Publisher: BOOM! Studios
Writers: Brian Herbert, Kevin J. Anderson
Illustrations: Dev Pramanik
Colours: Alex Guimaraes
Letters: Ed Dukeshire
Release Date: 24th March 2021
Despite predominantly focusing upon the exploits of Pardot Kynes and his desire to understand all that there is to know about the deadly Fremen, as well as young Leto Atreides’ harrowing flight through a rebellion-torn Ix, this twenty-two page periodical must still have proved something of a disconcertingly sedentary reading experience for many within its audience upon its release. For whilst this comic book adaption’s narrative does eventually portray a treacherous attempt upon the lives of both the Imperial Planetologist and the eventual ruler of Caladan, these somewhat exciting events don’t actually occur until the publication’s pedestrian plot is already two-thirds spent.
Regrettably, up until this point, all this issue provides its fans is a series of seemingly endless panels featuring lots of dialogue, plenty of political manoeuvring, and a fair amount of cordial greetings. Indeed, those bibliophiles more inclined towards dynamic action than conversational set-pieces might argue that much of what occurs before Uliet makes his unsuccessful assassination attempt upon Kynes could easily have been truncated or even removed without this comic’s story-telling being even slightly impinged upon; “Will the old vulture never die? Why is it taking so long? You gave him the poison a month ago!”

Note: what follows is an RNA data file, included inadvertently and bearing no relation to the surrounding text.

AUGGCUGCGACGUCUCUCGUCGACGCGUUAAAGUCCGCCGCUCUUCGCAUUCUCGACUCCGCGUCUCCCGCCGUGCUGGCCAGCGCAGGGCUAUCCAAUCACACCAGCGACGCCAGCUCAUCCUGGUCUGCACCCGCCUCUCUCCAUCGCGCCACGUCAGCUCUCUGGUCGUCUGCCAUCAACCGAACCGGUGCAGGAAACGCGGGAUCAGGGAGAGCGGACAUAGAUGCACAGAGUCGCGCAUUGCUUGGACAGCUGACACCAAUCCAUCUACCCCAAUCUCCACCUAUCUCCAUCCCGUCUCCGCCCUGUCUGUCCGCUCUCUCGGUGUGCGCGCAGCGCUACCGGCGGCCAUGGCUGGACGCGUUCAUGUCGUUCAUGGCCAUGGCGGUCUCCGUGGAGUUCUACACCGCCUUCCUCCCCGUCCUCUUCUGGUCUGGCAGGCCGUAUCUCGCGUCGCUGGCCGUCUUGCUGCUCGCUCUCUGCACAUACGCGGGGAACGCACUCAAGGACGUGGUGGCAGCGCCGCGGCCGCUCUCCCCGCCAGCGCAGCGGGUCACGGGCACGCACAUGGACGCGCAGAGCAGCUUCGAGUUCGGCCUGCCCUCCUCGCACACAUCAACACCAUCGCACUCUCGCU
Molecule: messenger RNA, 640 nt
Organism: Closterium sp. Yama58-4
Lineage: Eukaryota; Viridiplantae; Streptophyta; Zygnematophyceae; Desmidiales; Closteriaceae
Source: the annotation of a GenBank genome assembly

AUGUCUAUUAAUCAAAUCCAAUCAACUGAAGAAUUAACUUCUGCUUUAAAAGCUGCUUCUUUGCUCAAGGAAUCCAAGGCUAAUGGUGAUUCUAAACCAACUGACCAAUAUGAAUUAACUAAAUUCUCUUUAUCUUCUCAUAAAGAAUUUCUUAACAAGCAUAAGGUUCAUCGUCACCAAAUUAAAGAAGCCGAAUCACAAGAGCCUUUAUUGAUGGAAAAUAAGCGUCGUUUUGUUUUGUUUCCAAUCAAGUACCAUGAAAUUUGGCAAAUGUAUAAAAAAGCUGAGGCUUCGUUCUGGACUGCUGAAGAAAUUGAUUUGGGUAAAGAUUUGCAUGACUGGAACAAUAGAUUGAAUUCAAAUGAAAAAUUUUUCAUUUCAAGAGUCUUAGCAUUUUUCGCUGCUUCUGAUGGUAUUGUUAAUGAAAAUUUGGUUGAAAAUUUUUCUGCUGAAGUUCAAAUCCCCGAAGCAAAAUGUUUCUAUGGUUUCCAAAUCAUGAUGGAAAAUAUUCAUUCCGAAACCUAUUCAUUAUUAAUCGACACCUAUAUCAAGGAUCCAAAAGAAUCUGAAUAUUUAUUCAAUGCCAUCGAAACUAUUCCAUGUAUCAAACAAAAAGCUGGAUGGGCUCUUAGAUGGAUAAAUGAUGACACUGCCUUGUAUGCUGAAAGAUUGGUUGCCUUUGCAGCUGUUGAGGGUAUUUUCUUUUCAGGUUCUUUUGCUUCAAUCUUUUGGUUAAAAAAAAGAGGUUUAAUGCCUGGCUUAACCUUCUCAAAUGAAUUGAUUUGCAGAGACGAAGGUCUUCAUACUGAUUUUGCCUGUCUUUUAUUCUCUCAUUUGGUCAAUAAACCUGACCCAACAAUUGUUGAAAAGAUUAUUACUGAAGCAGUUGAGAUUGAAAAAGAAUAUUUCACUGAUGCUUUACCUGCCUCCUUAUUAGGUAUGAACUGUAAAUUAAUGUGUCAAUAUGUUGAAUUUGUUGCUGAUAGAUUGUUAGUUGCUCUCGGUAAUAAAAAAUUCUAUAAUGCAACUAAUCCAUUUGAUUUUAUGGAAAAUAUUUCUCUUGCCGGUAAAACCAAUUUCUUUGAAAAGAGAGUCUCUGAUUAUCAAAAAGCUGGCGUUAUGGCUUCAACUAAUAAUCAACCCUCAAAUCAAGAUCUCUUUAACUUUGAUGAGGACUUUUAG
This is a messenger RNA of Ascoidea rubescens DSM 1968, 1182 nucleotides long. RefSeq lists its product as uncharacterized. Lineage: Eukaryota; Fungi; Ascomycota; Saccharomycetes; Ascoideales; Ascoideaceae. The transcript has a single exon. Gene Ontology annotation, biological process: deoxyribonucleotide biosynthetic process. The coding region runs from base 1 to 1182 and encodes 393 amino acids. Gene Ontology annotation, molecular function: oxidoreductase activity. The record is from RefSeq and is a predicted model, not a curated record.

Happily however, once the revolt brewing on Ix does take hold, then this book’s pace picks up considerably, and it’s quite easy to imagine the horror unfolding before Leto’s eyes as his escape car flies through the city’s underground tunnels. Aghast at the carnage unfolding around him, the courageous young man’s commentary as to the destructive events taking place around him are enthralling. Particularly once it becomes clear that this well-planned insurrection isn’t the sole work of the Suboids, but rather Tleilaxu engineers who want to take the planet for themselves.
Adding enormously to this frenzy of death and demolition is Dev Pramanik’s artwork, which does an extraordinarily good job of depicting the combination of revulsion and excitement in Atreides’ face as he squashes it up against his automobile’s window to better see the barbaric frenzy unfolding before him. The Indian artist genuinely seems to capture the sheer chaotic rapidity of the revolution and its unhinged violence with his pencilling, as well as generating the ‘zip’ of the Ix car as it flies through a maze of sprawling channels in its desperation to convey its passengers to some semblance of safety.
[PREVIEW ARTWORK – CLICK TO ENLARGE]